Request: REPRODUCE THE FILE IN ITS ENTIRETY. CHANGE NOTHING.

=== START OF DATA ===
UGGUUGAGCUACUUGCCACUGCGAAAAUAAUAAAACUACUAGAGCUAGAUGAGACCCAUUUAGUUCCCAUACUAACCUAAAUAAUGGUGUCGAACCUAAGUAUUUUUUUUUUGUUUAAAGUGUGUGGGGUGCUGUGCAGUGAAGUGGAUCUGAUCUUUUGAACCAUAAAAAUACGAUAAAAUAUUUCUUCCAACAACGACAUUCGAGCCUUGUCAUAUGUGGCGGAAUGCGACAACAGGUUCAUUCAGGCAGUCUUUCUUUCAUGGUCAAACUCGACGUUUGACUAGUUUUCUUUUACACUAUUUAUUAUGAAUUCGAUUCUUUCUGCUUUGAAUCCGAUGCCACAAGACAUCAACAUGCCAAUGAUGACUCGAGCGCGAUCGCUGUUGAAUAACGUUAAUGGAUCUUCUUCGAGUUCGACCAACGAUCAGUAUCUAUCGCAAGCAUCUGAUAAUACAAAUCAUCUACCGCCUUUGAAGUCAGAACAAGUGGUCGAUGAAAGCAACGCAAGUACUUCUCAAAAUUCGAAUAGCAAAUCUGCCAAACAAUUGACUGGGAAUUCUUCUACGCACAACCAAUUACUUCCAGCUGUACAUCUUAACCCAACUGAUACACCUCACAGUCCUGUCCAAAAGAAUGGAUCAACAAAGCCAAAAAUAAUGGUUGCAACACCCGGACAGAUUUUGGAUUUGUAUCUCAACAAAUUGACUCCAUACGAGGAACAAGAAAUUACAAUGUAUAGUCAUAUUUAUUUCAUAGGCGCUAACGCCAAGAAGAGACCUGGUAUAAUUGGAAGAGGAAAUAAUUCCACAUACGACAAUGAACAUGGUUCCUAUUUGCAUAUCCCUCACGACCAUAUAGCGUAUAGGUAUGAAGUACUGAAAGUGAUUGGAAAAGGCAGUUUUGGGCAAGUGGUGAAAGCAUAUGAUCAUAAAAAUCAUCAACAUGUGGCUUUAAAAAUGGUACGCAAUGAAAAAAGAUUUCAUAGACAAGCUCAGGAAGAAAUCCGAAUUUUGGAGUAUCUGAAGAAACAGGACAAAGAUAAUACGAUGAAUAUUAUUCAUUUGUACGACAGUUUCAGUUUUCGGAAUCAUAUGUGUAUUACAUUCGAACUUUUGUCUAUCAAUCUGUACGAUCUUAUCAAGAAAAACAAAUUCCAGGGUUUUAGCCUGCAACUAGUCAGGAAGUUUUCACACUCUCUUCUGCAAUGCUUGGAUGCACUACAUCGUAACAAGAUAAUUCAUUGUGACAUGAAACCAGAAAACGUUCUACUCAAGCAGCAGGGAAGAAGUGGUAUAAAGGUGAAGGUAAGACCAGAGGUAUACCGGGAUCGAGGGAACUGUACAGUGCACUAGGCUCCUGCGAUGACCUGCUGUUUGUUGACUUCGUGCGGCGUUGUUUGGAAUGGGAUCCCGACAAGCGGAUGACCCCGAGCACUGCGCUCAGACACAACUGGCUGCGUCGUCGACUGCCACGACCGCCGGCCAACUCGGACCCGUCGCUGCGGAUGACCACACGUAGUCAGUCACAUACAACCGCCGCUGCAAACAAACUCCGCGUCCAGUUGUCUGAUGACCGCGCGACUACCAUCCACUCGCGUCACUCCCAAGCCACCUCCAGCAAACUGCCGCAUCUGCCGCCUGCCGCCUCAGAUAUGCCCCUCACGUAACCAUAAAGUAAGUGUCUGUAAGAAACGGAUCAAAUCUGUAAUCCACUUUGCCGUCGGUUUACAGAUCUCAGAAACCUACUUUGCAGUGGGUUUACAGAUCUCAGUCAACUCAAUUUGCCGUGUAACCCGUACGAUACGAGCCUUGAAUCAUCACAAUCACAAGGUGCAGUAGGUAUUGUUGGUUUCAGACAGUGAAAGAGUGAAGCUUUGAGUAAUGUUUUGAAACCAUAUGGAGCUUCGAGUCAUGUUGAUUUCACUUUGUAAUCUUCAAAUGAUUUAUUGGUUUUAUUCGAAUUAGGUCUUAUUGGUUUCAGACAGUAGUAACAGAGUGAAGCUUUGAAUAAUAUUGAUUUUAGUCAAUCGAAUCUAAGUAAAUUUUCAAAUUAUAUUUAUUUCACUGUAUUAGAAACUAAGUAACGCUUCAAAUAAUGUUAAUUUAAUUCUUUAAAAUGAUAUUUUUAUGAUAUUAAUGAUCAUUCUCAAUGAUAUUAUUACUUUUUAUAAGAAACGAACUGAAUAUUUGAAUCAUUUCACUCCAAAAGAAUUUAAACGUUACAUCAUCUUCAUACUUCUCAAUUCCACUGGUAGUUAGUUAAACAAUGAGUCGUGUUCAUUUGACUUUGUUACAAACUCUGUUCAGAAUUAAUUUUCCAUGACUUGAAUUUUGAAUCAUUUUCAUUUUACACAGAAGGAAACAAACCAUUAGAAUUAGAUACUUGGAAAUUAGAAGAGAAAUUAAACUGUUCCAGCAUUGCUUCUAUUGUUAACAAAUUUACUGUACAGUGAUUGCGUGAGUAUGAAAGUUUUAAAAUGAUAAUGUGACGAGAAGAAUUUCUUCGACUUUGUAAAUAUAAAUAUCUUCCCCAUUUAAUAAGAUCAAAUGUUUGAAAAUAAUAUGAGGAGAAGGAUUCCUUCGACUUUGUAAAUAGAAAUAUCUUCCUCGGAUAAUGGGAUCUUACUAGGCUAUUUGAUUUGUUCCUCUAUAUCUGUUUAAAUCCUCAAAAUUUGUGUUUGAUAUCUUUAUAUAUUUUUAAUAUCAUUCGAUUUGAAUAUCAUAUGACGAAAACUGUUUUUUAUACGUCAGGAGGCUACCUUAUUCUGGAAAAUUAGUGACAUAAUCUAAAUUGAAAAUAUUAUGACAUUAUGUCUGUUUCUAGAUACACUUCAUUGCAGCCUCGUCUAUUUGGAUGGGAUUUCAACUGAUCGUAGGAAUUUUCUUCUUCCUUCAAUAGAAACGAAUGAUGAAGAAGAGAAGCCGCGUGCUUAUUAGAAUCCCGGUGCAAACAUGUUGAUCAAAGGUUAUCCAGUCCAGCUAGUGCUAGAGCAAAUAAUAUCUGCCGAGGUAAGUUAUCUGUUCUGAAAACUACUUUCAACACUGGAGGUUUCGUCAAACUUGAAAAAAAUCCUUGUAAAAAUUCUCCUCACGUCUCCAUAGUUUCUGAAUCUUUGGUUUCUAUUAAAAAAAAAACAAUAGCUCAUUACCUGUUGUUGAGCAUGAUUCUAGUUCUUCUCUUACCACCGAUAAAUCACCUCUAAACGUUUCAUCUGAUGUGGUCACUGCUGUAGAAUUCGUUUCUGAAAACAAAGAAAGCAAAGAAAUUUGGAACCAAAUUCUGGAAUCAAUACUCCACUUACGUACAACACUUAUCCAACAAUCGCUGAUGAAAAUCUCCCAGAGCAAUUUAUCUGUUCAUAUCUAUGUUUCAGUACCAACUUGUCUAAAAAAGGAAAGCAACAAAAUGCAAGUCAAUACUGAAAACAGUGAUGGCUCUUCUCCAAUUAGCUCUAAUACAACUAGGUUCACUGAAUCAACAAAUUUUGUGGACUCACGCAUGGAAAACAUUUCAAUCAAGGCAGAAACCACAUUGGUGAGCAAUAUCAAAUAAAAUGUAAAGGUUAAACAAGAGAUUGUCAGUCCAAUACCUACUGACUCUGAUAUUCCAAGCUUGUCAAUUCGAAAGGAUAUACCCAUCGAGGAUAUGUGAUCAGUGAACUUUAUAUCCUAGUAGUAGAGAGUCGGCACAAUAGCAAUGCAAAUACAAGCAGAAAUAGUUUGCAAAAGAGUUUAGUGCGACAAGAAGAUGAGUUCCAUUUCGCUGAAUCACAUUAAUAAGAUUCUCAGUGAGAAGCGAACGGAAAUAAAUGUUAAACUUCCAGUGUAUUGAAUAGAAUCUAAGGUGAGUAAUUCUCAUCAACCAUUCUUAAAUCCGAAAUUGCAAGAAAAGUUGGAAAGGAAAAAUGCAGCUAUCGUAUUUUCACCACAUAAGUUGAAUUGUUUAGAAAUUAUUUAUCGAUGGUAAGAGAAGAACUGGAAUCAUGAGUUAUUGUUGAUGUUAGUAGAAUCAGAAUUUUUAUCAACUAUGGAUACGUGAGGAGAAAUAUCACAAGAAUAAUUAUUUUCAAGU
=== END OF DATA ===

UGGUUGAGCUACUUGCCACUGCGAAAAUAAUAAAACUACUAGAGCUAGAUGAGACCCAUUUAGUUCCCAUACUAACCUAAAUAAUGGUGUCGAACCUAAGUAUUUUUUUUUUGUUUAAAGUGUGUGGGGUGCUGUGCAGUGAAGUGGAUCUGAUCUUUUGAACCAUAAAAAUACGAUAAAAUAUUUCUUCCAACAACGACAUUCGAGCCUUGUCAUAUGUGGCGGAAUGCGACAACAGGUUCAUUCAGGCAGUCUUUCUUUCAUGGUCAAACUCGACGUUUGACUAGUUUUCUUUUACACUAUUUAUUAUGAAUUCGAUUCUUUCUGCUUUGAAUCCGAUGCCACAAGACAUCAACAUGCCAAUGAUGACUCGAGCGCGAUCGCUGUUGAAUAACGUUAAUGGAUCUUCUUCGAGUUCGACCAACGAUCAGUAUCUAUCGCAAGCAUCUGAUAAUACAAAUCAUCUACCGCCUUUGAAGUCAGAACAAGUGGUCGAUGAAAGCAACGCAAGUACUUCUCAAAAUUCGAAUAGCAAAUCUGCCAAACAAUUGACUGGGAAUUCUUCUACGCACAACCAAUUACUUCCAGCUGUACAUCUUAACCCAACUGAUACACCUCACAGUCCUGUCCAAAAGAAUGGAUCAACAAAGCCAAAAAUAAUGGUUGCAACACCCGGACAGAUUUUGGAUUUGUAUCUCAACAAAUUGACUCCAUACGAGGAACAAGAAAUUACAAUGUAUAGUCAUAUUUAUUUCAUAGGCGCUAACGCCAAGAAGAGACCUGGUAUAAUUGGAAGAGGAAAUAAUUCCACAUACGACAAUGAACAUGGUUCCUAUUUGCAUAUCCCUCACGACCAUAUAGCGUAUAGGUAUGAAGUACUGAAAGUGAUUGGAAAAGGCAGUUUUGGGCAAGUGGUGAAAGCAUAUGAUCAUAAAAAUCAUCAACAUGUGGCUUUAAAAAUGGUACGCAAUGAAAAAAGAUUUCAUAGACAAGCUCAGGAAGAAAUCCGAAUUUUGGAGUAUCUGAAGAAACAGGACAAAGAUAAUACGAUGAAUAUUAUUCAUUUGUACGACAGUUUCAGUUUUCGGAAUCAUAUGUGUAUUACAUUCGAACUUUUGUCUAUCAAUCUGUACGAUCUUAUCAAGAAAAACAAAUUCCAGGGUUUUAGCCUGCAACUAGUCAGGAAGUUUUCACACUCUCUUCUGCAAUGCUUGGAUGCACUACAUCGUAACAAGAUAAUUCAUUGUGACAUGAAACCAGAAAACGUUCUACUCAAGCAGCAGGGAAGAAGUGGUAUAAAGGUGAAGGUAAGACCAGAGGUAUACCGGGAUCGAGGGAACUGUACAGUGCACUAGGCUCCUGCGAUGACCUGCUGUUUGUUGACUUCGUGCGGCGUUGUUUGGAAUGGGAUCCCGACAAGCGGAUGACCCCGAGCACUGCGCUCAGACACAACUGGCUGCGUCGUCGACUGCCACGACCGCCGGCCAACUCGGACCCGUCGCUGCGGAUGACCACACGUAGUCAGUCACAUACAACCGCCGCUGCAAACAAACUCCGCGUCCAGUUGUCUGAUGACCGCGCGACUACCAUCCACUCGCGUCACUCCCAAGCCACCUCCAGCAAACUGCCGCAUCUGCCGCCUGCCGCCUCAGAUAUGCCCCUCACGUAACCAUAAAGUAAGUGUCUGUAAGAAACGGAUCAAAUCUGUAAUCCACUUUGCCGUCGGUUUACAGAUCUCAGAAACCUACUUUGCAGUGGGUUUACAGAUCUCAGUCAACUCAAUUUGCCGUGUAACCCGUACGAUACGAGCCUUGAAUCAUCACAAUCACAAGGUGCAGUAGGUAUUGUUGGUUUCAGACAGUGAAAGAGUGAAGCUUUGAGUAAUGUUUUGAAACCAUAUGGAGCUUCGAGUCAUGUUGAUUUCACUUUGUAAUCUUCAAAUGAUUUAUUGGUUUUAUUCGAAUUAGGUCUUAUUGGUUUCAGACAGUAGUAACAGAGUGAAGCUUUGAAUAAUAUUGAUUUUAGUCAAUCGAAUCUAAGUAAAUUUUCAAAUUAUAUUUAUUUCACUGUAUUAGAAACUAAGUAACGCUUCAAAUAAUGUUAAUUUAAUUCUUUAAAAUGAUAUUUUUAUGAUAUUAAUGAUCAUUCUCAAUGAUAUUAUUACUUUUUAUAAGAAACGAACUGAAUAUUUGAAUCAUUUCACUCCAAAAGAAUUUAAACGUUACAUCAUCUUCAUACUUCUCAAUUCCACUGGUAGUUAGUUAAACAAUGAGUCGUGUUCAUUUGACUUUGUUACAAACUCUGUUCAGAAUUAAUUUUCCAUGACUUGAAUUUUGAAUCAUUUUCAUUUUACACAGAAGGAAACAAACCAUUAGAAUUAGAUACUUGGAAAUUAGAAGAGAAAUUAAACUGUUCCAGCAUUGCUUCUAUUGUUAACAAAUUUACUGUACAGUGAUUGCGUGAGUAUGAAAGUUUUAAAAUGAUAAUGUGACGAGAAGAAUUUCUUCGACUUUGUAAAUAUAAAUAUCUUCCCCAUUUAAUAAGAUCAAAUGUUUGAAAAUAAUAUGAGGAGAAGGAUUCCUUCGACUUUGUAAAUAGAAAUAUCUUCCUCGGAUAAUGGGAUCUUACUAGGCUAUUUGAUUUGUUCCUCUAUAUCUGUUUAAAUCCUCAAAAUUUGUGUUUGAUAUCUUUAUAUAUUUUUAAUAUCAUUCGAUUUGAAUAUCAUAUGACGAAAACUGUUUUUUAUACGUCAGGAGGCUACCUUAUUCUGGAAAAUUAGUGACAUAAUCUAAAUUGAAAAUAUUAUGACAUUAUGUCUGUUUCUAGAUACACUUCAUUGCAGCCUCGUCUAUUUGGAUGGGAUUUCAACUGAUCGUAGGAAUUUUCUUCUUCCUUCAAUAGAAACGAAUGAUGAAGAAGAGAAGCCGCGUGCUUAUUAGAAUCCCGGUGCAAACAUGUUGAUCAAAGGUUAUCCAGUCCAGCUAGUGCUAGAGCAAAUAAUAUCUGCCGAGGUAAGUUAUCUGUUCUGAAAACUACUUUCAACACUGGAGGUUUCGUCAAACUUGAAAAAAAUCCUUGUAAAAAUUCUCCUCACGUCUCCAUAGUUUCUGAAUCUUUGGUUUCUAUUAAAAAAAAAACAAUAGCUCAUUACCUGUUGUUGAGCAUGAUUCUAGUUCUUCUCUUACCACCGAUAAAUCACCUCUAAACGUUUCAUCUGAUGUGGUCACUGCUGUAGAAUUCGUUUCUGAAAACAAAGAAAGCAAAGAAAUUUGGAACCAAAUUCUGGAAUCAAUACUCCACUUACGUACAACACUUAUCCAACAAUCGCUGAUGAAAAUCUCCCAGAGCAAUUUAUCUGUUCAUAUCUAUGUUUCAGUACCAACUUGUCUAAAAAAGGAAAGCAACAAAAUGCAAGUCAAUACUGAAAACAGUGAUGGCUCUUCUCCAAUUAGCUCUAAUACAACUAGGUUCACUGAAUCAACAAAUUUUGUGGACUCACGCAUGGAAAACAUUUCAAUCAAGGCAGAAACCACAUUGGUGAGCAAUAUCAAAUAAAAUGUAAAGGUUAAACAAGAGAUUGUCAGUCCAAUACCUACUGACUCUGAUAUUCCAAGCUUGUCAAUUCGAAAGGAUAUACCCAUCGAGGAUAUGUGAUCAGUGAACUUUAUAUCCUAGUAGUAGAGAGUCGGCACAAUAGCAAUGCAAAUACAAGCAGAAAUAGUUUGCAAAAGAGUUUAGUGCGACAAGAAGAUGAGUUCCAUUUCGCUGAAUCACAUUAAUAAGAUUCUCAGUGAGAAGCGAACGGAAAUAAAUGUUAAACUUCCAGUGUAUUGAAUAGAAUCUAAGGUGAGUAAUUCUCAUCAACCAUUCUUAAAUCCGAAAUUGCAAGAAAAGUUGGAAAGGAAAAAUGCAGCUAUCGUAUUUUCACCACAUAAGUUGAAUUGUUUAGAAAUUAUUUAUCGAUGGUAAGAGAAGAACUGGAAUCAUGAGUUAUUGUUGAUGUUAGUAGAAUCAGAAUUUUUAUCAACUAUGGAUACGUGAGGAGAAAUAUCACAAGAAUAAUUAUUUUCAAGU